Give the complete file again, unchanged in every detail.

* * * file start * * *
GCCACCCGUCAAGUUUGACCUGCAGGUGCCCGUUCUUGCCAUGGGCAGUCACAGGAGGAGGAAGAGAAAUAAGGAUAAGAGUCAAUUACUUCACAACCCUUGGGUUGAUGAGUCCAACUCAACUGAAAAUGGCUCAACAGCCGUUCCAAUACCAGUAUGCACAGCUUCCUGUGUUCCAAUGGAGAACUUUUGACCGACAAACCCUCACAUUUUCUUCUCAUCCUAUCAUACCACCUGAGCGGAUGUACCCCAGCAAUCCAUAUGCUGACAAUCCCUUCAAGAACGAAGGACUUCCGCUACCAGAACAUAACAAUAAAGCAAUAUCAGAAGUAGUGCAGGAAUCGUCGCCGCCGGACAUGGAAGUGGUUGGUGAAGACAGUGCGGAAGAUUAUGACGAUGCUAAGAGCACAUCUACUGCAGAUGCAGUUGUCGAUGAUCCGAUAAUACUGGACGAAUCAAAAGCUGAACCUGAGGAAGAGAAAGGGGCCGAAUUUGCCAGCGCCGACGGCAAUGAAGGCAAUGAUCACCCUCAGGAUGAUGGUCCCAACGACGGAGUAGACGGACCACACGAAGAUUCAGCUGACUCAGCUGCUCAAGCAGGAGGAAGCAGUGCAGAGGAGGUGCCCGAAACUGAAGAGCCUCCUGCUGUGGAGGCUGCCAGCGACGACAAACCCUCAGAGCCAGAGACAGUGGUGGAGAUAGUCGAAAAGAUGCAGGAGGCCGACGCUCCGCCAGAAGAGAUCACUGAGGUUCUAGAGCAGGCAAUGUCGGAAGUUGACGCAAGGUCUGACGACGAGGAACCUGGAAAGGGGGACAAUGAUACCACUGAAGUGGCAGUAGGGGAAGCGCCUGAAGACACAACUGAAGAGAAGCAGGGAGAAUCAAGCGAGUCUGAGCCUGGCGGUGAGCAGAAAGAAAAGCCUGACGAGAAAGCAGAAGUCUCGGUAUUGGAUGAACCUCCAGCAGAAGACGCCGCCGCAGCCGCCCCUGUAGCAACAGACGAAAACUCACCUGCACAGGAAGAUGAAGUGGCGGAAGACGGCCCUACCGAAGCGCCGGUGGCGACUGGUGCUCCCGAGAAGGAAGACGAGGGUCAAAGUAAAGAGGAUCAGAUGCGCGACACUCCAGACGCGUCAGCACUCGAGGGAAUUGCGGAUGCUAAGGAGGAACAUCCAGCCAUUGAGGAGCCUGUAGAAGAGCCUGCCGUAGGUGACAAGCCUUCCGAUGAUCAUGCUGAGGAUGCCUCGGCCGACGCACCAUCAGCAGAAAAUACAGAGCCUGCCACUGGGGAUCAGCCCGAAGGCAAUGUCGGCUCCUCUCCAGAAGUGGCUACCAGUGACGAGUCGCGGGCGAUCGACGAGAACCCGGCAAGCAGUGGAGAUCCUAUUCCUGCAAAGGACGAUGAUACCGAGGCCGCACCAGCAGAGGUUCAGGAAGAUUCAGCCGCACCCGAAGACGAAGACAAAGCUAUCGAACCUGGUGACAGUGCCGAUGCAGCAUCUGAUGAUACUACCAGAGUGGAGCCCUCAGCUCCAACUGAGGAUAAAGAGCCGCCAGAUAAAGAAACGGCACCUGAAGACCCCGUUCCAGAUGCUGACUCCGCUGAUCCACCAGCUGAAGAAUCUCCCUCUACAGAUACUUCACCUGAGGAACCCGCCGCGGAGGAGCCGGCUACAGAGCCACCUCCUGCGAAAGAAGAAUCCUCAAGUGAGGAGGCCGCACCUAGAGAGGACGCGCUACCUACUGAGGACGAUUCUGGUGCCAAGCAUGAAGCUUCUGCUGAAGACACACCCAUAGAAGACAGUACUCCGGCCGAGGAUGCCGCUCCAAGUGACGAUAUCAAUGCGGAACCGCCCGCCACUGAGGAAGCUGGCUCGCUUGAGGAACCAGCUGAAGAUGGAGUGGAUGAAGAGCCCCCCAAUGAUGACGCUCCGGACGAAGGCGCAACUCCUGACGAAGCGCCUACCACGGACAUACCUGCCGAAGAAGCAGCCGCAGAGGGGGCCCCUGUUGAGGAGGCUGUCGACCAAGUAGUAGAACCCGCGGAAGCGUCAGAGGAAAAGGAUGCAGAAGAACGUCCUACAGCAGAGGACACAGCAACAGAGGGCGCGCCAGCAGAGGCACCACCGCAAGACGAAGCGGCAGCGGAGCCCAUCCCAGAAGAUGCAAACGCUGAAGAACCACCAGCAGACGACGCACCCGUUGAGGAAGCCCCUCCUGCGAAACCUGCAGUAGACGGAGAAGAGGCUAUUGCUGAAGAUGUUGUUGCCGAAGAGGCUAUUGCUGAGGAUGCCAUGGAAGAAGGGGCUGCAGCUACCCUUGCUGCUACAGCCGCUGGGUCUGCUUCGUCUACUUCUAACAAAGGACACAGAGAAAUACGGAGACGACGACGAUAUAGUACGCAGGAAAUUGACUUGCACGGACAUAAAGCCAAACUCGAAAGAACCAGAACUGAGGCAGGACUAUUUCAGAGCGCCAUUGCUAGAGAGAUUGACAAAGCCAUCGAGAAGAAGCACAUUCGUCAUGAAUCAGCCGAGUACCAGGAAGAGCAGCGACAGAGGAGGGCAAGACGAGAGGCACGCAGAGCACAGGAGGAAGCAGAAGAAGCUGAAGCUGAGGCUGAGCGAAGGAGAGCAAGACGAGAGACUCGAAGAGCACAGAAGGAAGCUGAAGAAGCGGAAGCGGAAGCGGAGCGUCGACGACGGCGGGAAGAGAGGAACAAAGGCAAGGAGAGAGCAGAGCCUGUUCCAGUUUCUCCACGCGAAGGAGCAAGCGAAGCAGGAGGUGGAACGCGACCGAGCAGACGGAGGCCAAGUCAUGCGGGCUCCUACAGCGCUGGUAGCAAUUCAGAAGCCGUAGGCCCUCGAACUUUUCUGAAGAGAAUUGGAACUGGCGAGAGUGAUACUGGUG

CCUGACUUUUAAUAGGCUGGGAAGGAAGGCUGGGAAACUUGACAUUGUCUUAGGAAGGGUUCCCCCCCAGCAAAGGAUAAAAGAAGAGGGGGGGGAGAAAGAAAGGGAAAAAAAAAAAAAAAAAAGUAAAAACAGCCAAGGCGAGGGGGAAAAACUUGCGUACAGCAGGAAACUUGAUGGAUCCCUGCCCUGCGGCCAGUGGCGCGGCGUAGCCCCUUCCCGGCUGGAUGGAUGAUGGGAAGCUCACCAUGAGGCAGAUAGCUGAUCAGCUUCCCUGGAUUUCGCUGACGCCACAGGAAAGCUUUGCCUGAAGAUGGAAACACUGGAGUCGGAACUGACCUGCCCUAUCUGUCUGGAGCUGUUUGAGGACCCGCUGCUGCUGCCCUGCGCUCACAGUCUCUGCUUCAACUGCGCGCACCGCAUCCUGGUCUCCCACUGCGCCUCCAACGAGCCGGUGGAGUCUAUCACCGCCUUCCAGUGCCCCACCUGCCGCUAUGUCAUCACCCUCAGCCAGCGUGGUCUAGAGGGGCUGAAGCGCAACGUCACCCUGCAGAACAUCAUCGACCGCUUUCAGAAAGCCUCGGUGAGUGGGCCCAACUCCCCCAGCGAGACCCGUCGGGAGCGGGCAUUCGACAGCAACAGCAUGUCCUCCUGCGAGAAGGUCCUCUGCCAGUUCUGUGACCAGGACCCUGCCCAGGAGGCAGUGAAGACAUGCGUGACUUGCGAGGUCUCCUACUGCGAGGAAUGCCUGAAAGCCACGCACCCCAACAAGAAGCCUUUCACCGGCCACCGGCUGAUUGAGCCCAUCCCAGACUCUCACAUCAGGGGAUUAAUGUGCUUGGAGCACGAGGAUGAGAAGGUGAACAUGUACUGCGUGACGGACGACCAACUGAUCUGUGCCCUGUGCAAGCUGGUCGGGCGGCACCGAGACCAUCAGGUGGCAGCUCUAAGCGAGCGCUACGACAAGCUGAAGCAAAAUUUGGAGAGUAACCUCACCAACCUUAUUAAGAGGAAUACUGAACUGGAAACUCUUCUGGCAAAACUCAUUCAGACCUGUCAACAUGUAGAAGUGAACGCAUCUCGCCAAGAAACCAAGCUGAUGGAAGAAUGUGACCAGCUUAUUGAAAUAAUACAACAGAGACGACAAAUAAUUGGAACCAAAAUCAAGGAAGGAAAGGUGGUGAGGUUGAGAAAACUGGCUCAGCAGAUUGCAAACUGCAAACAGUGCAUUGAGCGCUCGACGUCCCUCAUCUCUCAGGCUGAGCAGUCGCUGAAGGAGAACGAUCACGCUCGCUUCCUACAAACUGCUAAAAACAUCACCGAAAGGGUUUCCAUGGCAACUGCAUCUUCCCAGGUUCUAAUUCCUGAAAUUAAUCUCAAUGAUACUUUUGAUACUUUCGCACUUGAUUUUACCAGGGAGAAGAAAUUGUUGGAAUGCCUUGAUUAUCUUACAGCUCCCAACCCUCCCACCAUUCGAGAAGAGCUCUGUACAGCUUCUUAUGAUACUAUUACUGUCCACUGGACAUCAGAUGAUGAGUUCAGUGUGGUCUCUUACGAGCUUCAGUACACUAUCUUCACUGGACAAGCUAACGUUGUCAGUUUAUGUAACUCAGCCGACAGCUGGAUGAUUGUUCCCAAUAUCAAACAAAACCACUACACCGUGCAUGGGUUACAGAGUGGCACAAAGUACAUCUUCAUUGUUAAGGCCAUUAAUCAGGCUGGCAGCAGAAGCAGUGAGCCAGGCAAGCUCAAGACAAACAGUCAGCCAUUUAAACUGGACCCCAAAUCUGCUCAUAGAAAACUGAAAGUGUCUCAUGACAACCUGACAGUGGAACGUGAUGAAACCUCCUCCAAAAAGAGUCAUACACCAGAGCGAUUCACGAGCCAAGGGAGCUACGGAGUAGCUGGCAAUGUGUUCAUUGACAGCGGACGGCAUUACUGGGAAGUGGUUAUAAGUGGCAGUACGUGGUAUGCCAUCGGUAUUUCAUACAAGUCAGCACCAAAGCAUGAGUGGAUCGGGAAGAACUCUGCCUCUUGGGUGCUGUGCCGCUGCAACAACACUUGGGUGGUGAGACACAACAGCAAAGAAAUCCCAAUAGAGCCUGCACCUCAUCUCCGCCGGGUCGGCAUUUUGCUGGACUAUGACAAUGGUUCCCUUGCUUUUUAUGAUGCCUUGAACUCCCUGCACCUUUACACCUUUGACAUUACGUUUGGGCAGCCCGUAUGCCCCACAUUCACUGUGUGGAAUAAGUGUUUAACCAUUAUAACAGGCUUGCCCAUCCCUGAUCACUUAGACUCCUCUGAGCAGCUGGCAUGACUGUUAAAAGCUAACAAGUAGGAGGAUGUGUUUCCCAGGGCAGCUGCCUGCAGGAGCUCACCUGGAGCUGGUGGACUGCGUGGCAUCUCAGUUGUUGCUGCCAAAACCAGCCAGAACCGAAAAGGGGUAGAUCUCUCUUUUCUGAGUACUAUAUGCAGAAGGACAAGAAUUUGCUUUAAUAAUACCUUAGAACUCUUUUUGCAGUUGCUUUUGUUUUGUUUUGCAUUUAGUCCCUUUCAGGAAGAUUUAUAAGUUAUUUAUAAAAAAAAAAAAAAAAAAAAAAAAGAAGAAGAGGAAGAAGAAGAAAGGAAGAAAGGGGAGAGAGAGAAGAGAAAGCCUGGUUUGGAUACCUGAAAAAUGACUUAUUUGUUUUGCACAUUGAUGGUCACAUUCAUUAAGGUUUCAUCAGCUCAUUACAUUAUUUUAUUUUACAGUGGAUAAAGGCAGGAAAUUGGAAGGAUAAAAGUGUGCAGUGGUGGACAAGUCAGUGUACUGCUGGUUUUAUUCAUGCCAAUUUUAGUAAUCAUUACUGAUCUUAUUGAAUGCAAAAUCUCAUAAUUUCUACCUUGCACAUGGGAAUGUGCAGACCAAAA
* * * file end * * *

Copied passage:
GCCACCCGUCAAGUUUGACCUGCAGGUGCCCGUUCUUGCCAUGGGCAGUCACAGGAGGAGGAAGAGAAAUAAGGAUAAGAGUCAAUUACUUCACAACCCUUGGGUUGAUGAGUCCAACUCAACUGAAAAUGGCUCAACAGCCGUUCCAAUACCAGUAUGCACAGCUUCCUGUGUUCCAAUGGAGAACUUUUGACCGACAAACCCUCACAUUUUCUUCUCAUCCUAUCAUACCACCUGAGCGGAUGUACCCCAGCAAUCCAUAUGCUGACAAUCCCUUCAAGAACGAAGGACUUCCGCUACCAGAACAUAACAAUAAAGCAAUAUCAGAAGUAGUGCAGGAAUCGUCGCCGCCGGACAUGGAAGUGGUUGGUGAAGACAGUGCGGAAGAUUAUGACGAUGCUAAGAGCACAUCUACUGCAGAUGCAGUUGUCGAUGAUCCGAUAAUACUGGACGAAUCAAAAGCUGAACCUGAGGAAGAGAAAGGGGCCGAAUUUGCCAGCGCCGACGGCAAUGAAGGCAAUGAUCACCCUCAGGAUGAUGGUCCCAACGACGGAGUAGACGGACCACACGAAGAUUCAGCUGACUCAGCUGCUCAAGCAGGAGGAAGCAGUGCAGAGGAGGUGCCCGAAACUGAAGAGCCUCCUGCUGUGGAGGCUGCCAGCGACGACAAACCCUCAGAGCCAGAGACAGUGGUGGAGAUAGUCGAAAAGAUGCAGGAGGCCGACGCUCCGCCAGAAGAGAUCACUGAGGUUCUAGAGCAGGCAAUGUCGGAAGUUGACGCAAGGUCUGACGACGAGGAACCUGGAAAGGGGGACAAUGAUACCACUGAAGUGGCAGUAGGGGAAGCGCCUGAAGACACAACUGAAGAGAAGCAGGGAGAAUCAAGCGAGUCUGAGCCUGGCGGUGAGCAGAAAGAAAAGCCUGACGAGAAAGCAGAAGUCUCGGUAUUGGAUGAACCUCCAGCAGAAGACGCCGCCGCAGCCGCCCCUGUAGCAACAGACGAAAACUCACCUGCACAGGAAGAUGAAGUGGCGGAAGACGGCCCUACCGAAGCGCCGGUGGCGACUGGUGCUCCCGAGAAGGAAGACGAGGGUCAAAGUAAAGAGGAUCAGAUGCGCGACACUCCAGACGCGUCAGCACUCGAGGGAAUUGCGGAUGCUAAGGAGGAACAUCCAGCCAUUGAGGAGCCUGUAGAAGAGCCUGCCGUAGGUGACAAGCCUUCCGAUGAUCAUGCUGAGGAUGCCUCGGCCGACGCACCAUCAGCAGAAAAUACAGAGCCUGCCACUGGGGAUCAGCCCGAAGGCAAUGUCGGCUCCUCUCCAGAAGUGGCUACCAGUGACGAGUCGCGGGCGAUCGACGAGAACCCGGCAAGCAGUGGAGAUCCUAUUCCUGCAAAGGACGAUGAUACCGAGGCCGCACCAGCAGAGGUUCAGGAAGAUUCAGCCGCACCCGAAGACGAAGACAAAGCUAUCGAACCUGGUGACAGUGCCGAUGCAGCAUCUGAUGAUACUACCAGAGUGGAGCCCUCAGCUCCAACUGAGGAUAAAGAGCCGCCAGAUAAAGAAACGGCACCUGAAGACCCCGUUCCAGAUGCUGACUCCGCUGAUCCACCAGCUGAAGAAUCUCCCUCUACAGAUACUUCACCUGAGGAACCCGCCGCGGAGGAGCCGGCUACAGAGCCACCUCCUGCGAAAGAAGAAUCCUCAAGUGAGGAGGCCGCACCUAGAGAGGACGCGCUACCUACUGAGGACGAUUCUGGUGCCAAGCAUGAAGCUUCUGCUGAAGACACACCCAUAGAAGACAGUACUCCGGCCGAGGAUGCCGCUCCAAGUGACGAUAUCAAUGCGGAACCGCCCGCCACUGAGGAAGCUGGCUCGCUUGAGGAACCAGCUGAAGAUGGAGUGGAUGAAGAGCCCCCCAAUGAUGACGCUCCGGACGAAGGCGCAACUCCUGACGAAGCGCCUACCACGGACAUACCUGCCGAAGAAGCAGCCGCAGAGGGGGCCCCUGUUGAGGAGGCUGUCGACCAAGUAGUAGAACCCGCGGAAGCGUCAGAGGAAAAGGAUGCAGAAGAACGUCCUACAGCAGAGGACACAGCAACAGAGGGCGCGCCAGCAGAGGCACCACCGCAAGACGAAGCGGCAGCGGAGCCCAUCCCAGAAGAUGCAAACGCUGAAGAACCACCAGCAGACGACGCACCCGUUGAGGAAGCCCCUCCUGCGAAACCUGCAGUAGACGGAGAAGAGGCUAUUGCUGAAGAUGUUGUUGCCGAAGAGGCUAUUGCUGAGGAUGCCAUGGAAGAAGGGGCUGCAGCUACCCUUGCUGCUACAGCCGCUGGGUCUGCUUCGUCUACUUCUAACAAAGGACACAGAGAAAUACGGAGACGACGACGAUAUAGUACGCAGGAAAUUGACUUGCACGGACAUAAAGCCAAACUCGAAAGAACCAGAACUGAGGCAGGACUAUUUCAGAGCGCCAUUGCUAGAGAGAUUGACAAAGCCAUCGAGAAGAAGCACAUUCGUCAUGAAUCAGCCGAGUACCAGGAAGAGCAGCGACAGAGGAGGGCAAGACGAGAGGCACGCAGAGCACAGGAGGAAGCAGAAGAAGCUGAAGCUGAGGCUGAGCGAAGGAGAGCAAGACGAGAGACUCGAAGAGCACAGAAGGAAGCUGAAGAAGCGGAAGCGGAAGCGGAGCGUCGACGACGGCGGGAAGAGAGGAACAAAGGCAAGGAGAGAGCAGAGCCUGUUCCAGUUUCUCCACGCGAAGGAGCAAGCGAAGCAGGAGGUGGAACGCGACCGAGCAGACGGAGGCCAAGUCAUGCGGGCUCCUACAGCGCUGGUAGCAAUUCAGAAGCCGUAGGCCCUCGAACUUUUCUGAAGAGAAUUGGAACUGGCGAGAGUGAUACUGGUG

CCUGACUUUUAAUAGGCUGGGAAGGAAGGCUGGGAAACUUGACAUUGUCUUAGGAAGGGUUCCCCCCCAGCAAAGGAUAAAAGAAGAGGGGGGGGAGAAAGAAAGGGAAAAAAAAAAAAAAAAAAGUAAAAACAGCCAAGGCGAGGGGGAAAAACUUGCGUACAGCAGGAAACUUGAUGGAUCCCUGCCCUGCGGCCAGUGGCGCGGCGUAGCCCCUUCCCGGCUGGAUGGAUGAUGGGAAGCUCACCAUGAGGCAGAUAGCUGAUCAGCUUCCCUGGAUUUCGCUGACGCCACAGGAAAGCUUUGCCUGAAGAUGGAAACACUGGAGUCGGAACUGACCUGCCCUAUCUGUCUGGAGCUGUUUGAGGACCCGCUGCUGCUGCCCUGCGCUCACAGUCUCUGCUUCAACUGCGCGCACCGCAUCCUGGUCUCCCACUGCGCCUCCAACGAGCCGGUGGAGUCUAUCACCGCCUUCCAGUGCCCCACCUGCCGCUAUGUCAUCACCCUCAGCCAGCGUGGUCUAGAGGGGCUGAAGCGCAACGUCACCCUGCAGAACAUCAUCGACCGCUUUCAGAAAGCCUCGGUGAGUGGGCCCAACUCCCCCAGCGAGACCCGUCGGGAGCGGGCAUUCGACAGCAACAGCAUGUCCUCCUGCGAGAAGGUCCUCUGCCAGUUCUGUGACCAGGACCCUGCCCAGGAGGCAGUGAAGACAUGCGUGACUUGCGAGGUCUCCUACUGCGAGGAAUGCCUGAAAGCCACGCACCCCAACAAGAAGCCUUUCACCGGCCACCGGCUGAUUGAGCCCAUCCCAGACUCUCACAUCAGGGGAUUAAUGUGCUUGGAGCACGAGGAUGAGAAGGUGAACAUGUACUGCGUGACGGACGACCAACUGAUCUGUGCCCUGUGCAAGCUGGUCGGGCGGCACCGAGACCAUCAGGUGGCAGCUCUAAGCGAGCGCUACGACAAGCUGAAGCAAAAUUUGGAGAGUAACCUCACCAACCUUAUUAAGAGGAAUACUGAACUGGAAACUCUUCUGGCAAAACUCAUUCAGACCUGUCAACAUGUAGAAGUGAACGCAUCUCGCCAAGAAACCAAGCUGAUGGAAGAAUGUGACCAGCUUAUUGAAAUAAUACAACAGAGACGACAAAUAAUUGGAACCAAAAUCAAGGAAGGAAAGGUGGUGAGGUUGAGAAAACUGGCUCAGCAGAUUGCAAACUGCAAACAGUGCAUUGAGCGCUCGACGUCCCUCAUCUCUCAGGCUGAGCAGUCGCUGAAGGAGAACGAUCACGCUCGCUUCCUACAAACUGCUAAAAACAUCACCGAAAGGGUUUCCAUGGCAACUGCAUCUUCCCAGGUUCUAAUUCCUGAAAUUAAUCUCAAUGAUACUUUUGAUACUUUCGCACUUGAUUUUACCAGGGAGAAGAAAUUGUUGGAAUGCCUUGAUUAUCUUACAGCUCCCAACCCUCCCACCAUUCGAGAAGAGCUCUGUACAGCUUCUUAUGAUACUAUUACUGUCCACUGGACAUCAGAUGAUGAGUUCAGUGUGGUCUCUUACGAGCUUCAGUACACUAUCUUCACUGGACAAGCUAACGUUGUCAGUUUAUGUAACUCAGCCGACAGCUGGAUGAUUGUUCCCAAUAUCAAACAAAACCACUACACCGUGCAUGGGUUACAGAGUGGCACAAAGUACAUCUUCAUUGUUAAGGCCAUUAAUCAGGCUGGCAGCAGAAGCAGUGAGCCAGGCAAGCUCAAGACAAACAGUCAGCCAUUUAAACUGGACCCCAAAUCUGCUCAUAGAAAACUGAAAGUGUCUCAUGACAACCUGACAGUGGAACGUGAUGAAACCUCCUCCAAAAAGAGUCAUACACCAGAGCGAUUCACGAGCCAAGGGAGCUACGGAGUAGCUGGCAAUGUGUUCAUUGACAGCGGACGGCAUUACUGGGAAGUGGUUAUAAGUGGCAGUACGUGGUAUGCCAUCGGUAUUUCAUACAAGUCAGCACCAAAGCAUGAGUGGAUCGGGAAGAACUCUGCCUCUUGGGUGCUGUGCCGCUGCAACAACACUUGGGUGGUGAGACACAACAGCAAAGAAAUCCCAAUAGAGCCUGCACCUCAUCUCCGCCGGGUCGGCAUUUUGCUGGACUAUGACAAUGGUUCCCUUGCUUUUUAUGAUGCCUUGAACUCCCUGCACCUUUACACCUUUGACAUUACGUUUGGGCAGCCCGUAUGCCCCACAUUCACUGUGUGGAAUAAGUGUUUAACCAUUAUAACAGGCUUGCCCAUCCCUGAUCACUUAGACUCCUCUGAGCAGCUGGCAUGACUGUUAAAAGCUAACAAGUAGGAGGAUGUGUUUCCCAGGGCAGCUGCCUGCAGGAGCUCACCUGGAGCUGGUGGACUGCGUGGCAUCUCAGUUGUUGCUGCCAAAACCAGCCAGAACCGAAAAGGGGUAGAUCUCUCUUUUCUGAGUACUAUAUGCAGAAGGACAAGAAUUUGCUUUAAUAAUACCUUAGAACUCUUUUUGCAGUUGCUUUUGUUUUGUUUUGCAUUUAGUCCCUUUCAGGAAGAUUUAUAAGUUAUUUAUAAAAAAAAAAAAAAAAAAAAAAAAGAAGAAGAGGAAGAAGAAGAAAGGAAGAAAGGGGAGAGAGAGAAGAGAAAGCCUGGUUUGGAUACCUGAAAAAUGACUUAUUUGUUUUGCACAUUGAUGGUCACAUUCAUUAAGGUUUCAUCAGCUCAUUACAUUAUUUUAUUUUACAGUGGAUAAAGGCAGGAAAUUGGAAGGAUAAAAGUGUGCAGUGGUGGACAAGUCAGUGUACUGCUGGUUUUAUUCAUGCCAAUUUUAGUAAUCAUUACUGAUCUUAUUGAAUGCAAAAUCUCAUAAUUUCUACCUUGCACAUGGGAAUGUGCAGACCAAAA